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Christopher Hitchens Memoirs

We will be collecting articles posted from various sources as we did yesterday for the collection of obituaries. Please check back often as this will be updated frequently.


Friend of Hitchens remembers his life
Lawrence Krauss
CNN
Also see Lawrence's original article for RDFRS remembering Christopher Hitchesn


A lesson from Hitch: When rudeness is called for
Daniel Dennett
The Washington Post

I’ve just been reviewing my experiences with Christopher Hitchens.

He informed me, entertained me, provoked me like nobody else, and I will miss his antic spirit more than I can say. I didn’t know him for long, though I’d been reading his pieces, with mixed reactions, for years. We met in early 2007, and had dinner in Las Vegas, where we were both appearing in an Amazing Randi meeting. He kindled a happy bonfire of discussion that continued intermittently in meetings and emails.

One moment stands out, and it was, in fact, the last time I saw him face to face, in November of 2009, more than two years ago. We were both appearing in a debate as part of the program of Ciudad de las Ideas, an excellent gathering held annually in Puebla, Mexico. (It’s modeled on TED-I call it TED Mex. Go. It’s well worth the visit.) One of the speakers for the other side, the God side, was Rabbi Shmuley Boteach, and after our short set pieces, the rebuttals started with the rabbi. We each were allotted four minutes only for rebuttal, and the rabbi launched into a series of outrageous claims trying to besmirch Darwin and evolutionary biology by claiming that Hitler was inspired by Darwin to organize slaughters to ensure the survival of his race. I sat there, dumfounded and appalled, and tried to figure out how best to rebut this obscene misrepresentation when my turn came.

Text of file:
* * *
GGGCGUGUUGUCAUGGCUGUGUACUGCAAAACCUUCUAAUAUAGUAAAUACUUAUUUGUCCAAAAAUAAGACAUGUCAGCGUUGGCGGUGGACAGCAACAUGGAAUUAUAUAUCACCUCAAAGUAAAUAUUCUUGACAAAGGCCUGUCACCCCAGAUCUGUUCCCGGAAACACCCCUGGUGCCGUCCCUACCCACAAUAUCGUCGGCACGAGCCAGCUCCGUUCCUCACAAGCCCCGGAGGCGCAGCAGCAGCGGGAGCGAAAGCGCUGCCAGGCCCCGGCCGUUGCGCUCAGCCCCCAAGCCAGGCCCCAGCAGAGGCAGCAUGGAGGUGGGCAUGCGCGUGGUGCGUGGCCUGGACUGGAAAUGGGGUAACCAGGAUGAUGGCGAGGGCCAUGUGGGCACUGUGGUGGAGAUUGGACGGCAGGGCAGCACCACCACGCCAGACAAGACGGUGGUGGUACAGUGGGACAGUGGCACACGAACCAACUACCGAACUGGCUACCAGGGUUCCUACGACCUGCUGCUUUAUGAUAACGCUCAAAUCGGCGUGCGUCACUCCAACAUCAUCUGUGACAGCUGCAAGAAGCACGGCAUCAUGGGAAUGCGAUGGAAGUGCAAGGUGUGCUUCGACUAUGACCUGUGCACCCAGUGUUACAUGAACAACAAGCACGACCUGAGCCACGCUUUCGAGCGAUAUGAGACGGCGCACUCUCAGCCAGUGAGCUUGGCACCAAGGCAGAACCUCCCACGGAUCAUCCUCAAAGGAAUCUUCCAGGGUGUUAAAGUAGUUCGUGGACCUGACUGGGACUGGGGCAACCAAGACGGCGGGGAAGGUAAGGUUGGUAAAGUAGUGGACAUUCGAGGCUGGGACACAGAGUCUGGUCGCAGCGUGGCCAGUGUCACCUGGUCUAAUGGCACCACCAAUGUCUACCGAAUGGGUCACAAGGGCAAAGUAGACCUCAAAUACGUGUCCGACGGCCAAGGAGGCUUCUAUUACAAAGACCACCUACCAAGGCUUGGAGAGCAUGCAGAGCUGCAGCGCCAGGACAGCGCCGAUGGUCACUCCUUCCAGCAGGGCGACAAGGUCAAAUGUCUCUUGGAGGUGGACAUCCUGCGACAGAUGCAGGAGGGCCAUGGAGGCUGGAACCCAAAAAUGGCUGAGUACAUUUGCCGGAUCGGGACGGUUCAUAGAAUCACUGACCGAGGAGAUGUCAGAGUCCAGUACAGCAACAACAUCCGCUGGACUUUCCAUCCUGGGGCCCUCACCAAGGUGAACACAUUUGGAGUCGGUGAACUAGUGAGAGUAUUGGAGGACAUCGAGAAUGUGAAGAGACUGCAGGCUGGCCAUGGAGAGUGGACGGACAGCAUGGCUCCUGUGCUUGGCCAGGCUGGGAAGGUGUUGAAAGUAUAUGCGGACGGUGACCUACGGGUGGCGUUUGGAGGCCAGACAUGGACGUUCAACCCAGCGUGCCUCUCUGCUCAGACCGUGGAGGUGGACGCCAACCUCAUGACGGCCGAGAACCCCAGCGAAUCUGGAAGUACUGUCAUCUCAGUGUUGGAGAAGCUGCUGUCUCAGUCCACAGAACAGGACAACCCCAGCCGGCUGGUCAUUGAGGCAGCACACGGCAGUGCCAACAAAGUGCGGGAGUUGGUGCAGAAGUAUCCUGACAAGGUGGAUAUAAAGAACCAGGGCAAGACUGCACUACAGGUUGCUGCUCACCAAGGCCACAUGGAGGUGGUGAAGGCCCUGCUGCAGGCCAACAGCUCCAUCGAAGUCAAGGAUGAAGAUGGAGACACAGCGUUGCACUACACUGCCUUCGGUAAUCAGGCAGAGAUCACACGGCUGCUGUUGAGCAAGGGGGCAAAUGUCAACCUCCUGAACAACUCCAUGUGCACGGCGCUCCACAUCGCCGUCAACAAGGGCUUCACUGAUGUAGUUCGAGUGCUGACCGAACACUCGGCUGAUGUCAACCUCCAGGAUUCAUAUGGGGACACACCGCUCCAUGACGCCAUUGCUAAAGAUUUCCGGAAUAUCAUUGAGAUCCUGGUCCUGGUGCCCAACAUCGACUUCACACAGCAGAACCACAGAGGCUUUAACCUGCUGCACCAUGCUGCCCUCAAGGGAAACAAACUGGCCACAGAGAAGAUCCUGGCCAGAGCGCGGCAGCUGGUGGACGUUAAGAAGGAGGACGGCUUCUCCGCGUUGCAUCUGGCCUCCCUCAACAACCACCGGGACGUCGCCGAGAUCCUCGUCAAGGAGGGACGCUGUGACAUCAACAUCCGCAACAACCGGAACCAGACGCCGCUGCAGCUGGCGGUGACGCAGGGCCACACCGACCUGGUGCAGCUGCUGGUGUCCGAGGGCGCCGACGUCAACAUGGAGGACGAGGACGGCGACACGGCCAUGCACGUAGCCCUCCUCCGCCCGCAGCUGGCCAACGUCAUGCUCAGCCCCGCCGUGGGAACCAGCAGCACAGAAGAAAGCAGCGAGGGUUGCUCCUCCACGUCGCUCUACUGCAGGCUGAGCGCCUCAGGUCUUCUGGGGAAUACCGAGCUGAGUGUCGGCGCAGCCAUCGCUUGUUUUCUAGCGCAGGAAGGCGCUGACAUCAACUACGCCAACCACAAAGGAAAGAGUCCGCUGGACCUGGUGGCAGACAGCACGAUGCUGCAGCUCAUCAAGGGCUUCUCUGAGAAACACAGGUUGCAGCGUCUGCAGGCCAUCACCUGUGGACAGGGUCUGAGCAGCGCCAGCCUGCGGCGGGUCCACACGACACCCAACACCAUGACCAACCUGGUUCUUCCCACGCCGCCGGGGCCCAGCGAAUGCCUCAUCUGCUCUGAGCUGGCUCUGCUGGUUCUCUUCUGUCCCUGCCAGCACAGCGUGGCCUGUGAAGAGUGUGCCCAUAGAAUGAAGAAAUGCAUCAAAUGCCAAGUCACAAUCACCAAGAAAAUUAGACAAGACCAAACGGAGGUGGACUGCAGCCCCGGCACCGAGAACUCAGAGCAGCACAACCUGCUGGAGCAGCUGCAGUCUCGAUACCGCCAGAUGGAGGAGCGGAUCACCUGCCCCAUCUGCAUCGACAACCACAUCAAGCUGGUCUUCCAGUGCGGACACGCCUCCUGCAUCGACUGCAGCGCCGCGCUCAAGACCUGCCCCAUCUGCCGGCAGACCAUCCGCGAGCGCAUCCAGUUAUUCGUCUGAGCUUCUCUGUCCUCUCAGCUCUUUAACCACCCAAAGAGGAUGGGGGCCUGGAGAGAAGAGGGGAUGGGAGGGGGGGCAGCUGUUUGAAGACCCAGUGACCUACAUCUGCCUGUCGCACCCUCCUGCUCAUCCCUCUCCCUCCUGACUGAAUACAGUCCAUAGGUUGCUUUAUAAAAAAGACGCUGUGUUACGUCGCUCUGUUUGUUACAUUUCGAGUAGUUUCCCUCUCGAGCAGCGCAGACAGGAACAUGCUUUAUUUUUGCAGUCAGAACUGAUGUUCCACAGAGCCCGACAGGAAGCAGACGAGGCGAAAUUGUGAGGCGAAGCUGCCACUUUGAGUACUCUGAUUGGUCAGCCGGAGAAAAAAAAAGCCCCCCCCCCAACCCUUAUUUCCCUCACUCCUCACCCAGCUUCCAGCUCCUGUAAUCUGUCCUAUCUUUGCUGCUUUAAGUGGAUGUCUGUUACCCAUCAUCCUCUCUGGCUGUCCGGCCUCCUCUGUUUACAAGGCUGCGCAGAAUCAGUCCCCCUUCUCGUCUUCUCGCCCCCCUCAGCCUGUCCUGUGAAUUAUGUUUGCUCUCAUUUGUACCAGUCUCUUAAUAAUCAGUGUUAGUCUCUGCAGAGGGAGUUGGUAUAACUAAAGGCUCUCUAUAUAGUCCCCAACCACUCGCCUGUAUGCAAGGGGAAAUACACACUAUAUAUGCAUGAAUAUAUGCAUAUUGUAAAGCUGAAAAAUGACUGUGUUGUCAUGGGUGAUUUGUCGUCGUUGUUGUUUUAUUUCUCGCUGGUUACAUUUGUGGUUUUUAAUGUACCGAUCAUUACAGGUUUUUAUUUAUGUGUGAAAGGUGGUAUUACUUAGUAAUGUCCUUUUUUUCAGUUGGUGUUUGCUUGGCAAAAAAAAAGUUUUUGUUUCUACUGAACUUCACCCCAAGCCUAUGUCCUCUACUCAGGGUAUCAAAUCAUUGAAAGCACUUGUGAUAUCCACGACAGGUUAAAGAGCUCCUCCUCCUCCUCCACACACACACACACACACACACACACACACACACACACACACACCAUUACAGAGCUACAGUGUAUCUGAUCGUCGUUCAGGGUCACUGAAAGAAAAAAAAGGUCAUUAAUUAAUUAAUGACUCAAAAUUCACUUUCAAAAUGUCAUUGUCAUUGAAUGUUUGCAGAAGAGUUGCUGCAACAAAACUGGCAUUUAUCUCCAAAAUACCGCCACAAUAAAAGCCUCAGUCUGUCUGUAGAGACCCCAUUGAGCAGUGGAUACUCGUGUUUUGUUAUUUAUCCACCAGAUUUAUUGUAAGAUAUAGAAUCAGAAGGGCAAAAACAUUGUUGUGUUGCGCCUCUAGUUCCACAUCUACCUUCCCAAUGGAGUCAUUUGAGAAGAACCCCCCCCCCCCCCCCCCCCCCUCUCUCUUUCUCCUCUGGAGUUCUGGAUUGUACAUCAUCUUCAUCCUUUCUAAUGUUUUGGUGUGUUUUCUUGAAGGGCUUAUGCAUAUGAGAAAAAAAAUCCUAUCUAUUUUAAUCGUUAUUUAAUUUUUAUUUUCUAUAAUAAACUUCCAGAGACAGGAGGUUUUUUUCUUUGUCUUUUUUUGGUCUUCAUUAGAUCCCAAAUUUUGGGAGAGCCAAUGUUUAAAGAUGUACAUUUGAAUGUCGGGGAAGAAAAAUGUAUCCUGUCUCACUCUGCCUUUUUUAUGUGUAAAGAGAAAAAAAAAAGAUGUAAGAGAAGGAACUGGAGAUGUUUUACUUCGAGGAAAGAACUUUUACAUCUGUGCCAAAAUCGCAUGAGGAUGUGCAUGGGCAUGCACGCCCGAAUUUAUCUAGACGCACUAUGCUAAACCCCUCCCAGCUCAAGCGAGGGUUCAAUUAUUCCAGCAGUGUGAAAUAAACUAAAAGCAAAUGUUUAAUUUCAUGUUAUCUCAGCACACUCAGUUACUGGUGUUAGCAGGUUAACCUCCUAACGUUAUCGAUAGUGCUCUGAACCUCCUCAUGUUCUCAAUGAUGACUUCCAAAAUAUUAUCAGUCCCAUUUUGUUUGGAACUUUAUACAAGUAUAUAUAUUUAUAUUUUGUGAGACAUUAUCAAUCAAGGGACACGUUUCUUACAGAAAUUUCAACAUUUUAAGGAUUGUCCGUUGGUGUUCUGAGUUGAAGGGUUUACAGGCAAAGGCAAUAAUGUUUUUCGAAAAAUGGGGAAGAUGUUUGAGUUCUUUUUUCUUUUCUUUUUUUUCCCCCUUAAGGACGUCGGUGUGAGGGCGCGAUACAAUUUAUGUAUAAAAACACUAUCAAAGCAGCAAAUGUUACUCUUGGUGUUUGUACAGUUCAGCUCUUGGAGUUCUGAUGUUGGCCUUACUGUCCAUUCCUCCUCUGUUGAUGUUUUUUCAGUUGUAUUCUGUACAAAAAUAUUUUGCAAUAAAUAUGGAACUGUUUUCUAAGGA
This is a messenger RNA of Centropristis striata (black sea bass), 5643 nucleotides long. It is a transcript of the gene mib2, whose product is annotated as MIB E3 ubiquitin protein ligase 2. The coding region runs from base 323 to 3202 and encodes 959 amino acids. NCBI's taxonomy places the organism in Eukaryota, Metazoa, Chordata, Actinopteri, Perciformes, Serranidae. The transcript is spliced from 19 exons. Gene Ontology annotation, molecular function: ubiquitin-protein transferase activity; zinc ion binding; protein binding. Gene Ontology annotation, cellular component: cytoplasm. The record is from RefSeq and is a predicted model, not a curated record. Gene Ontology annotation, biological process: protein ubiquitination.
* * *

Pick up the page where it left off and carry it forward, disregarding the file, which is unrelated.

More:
Christopher didn’t wait his turn. “Shame! Shame!” he bellowed, interrupting Boteach in mid-sentence. It worked. Boteach backpedaled, insisting he was only quoting somebody who had thus opined at the time. Christopher had broken the spell, and a particularly noxious spell it was.

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Hitch
Sam Harris
Sam Harris Blog

The moment it was announced that Christopher Hitchens was sick with cancer, eulogies began spilling into print and from the podium. No one wanted to deny the possibility that he would recover, of course, but neither could we let the admiration we felt for him go unexpressed. It is a cliché to say that he was one of a kind and none can fill his shoes—but Hitch was and none can. In his case not even the most effusive tributes ring hollow. There was simply no one like him.

One of the joys of living in a world filled with stupidity and hypocrisy was to see Hitch respond. That pleasure is now denied us. The problems that drew his attention remain—and so does the record of his brilliance, courage, erudition, and good humor in the face of outrage. But his absence will leave an enormous void in the years to come. Hitch lived an extraordinarily large life. (Read his memoir, Hitch-22, and marvel.) It was too short, to be sure—and one can only imagine what another two decades might have brought out of him—but Hitch produced more fine work, read more books, met more interesting people, and won more arguments than most of us could in several centuries.

I first met Hitch at a dinner at the end of April 2007, just before the release of his remarkable book god is not Great. After a long evening, my wife and I left him standing on the sidewalk in front of his hotel. His book tour was just beginning, and he was scheduled to debate on a panel the next morning. It was well after midnight, but it was evident from his demeanor that his clock had a few hours left to run. I had heard the stories about his ability to burn the candle at both ends, but staggering there alongside him in the glare of a street lamp, I made a mental note of what struck me as a fact of nature—tomorrow’s panel would be a disaster.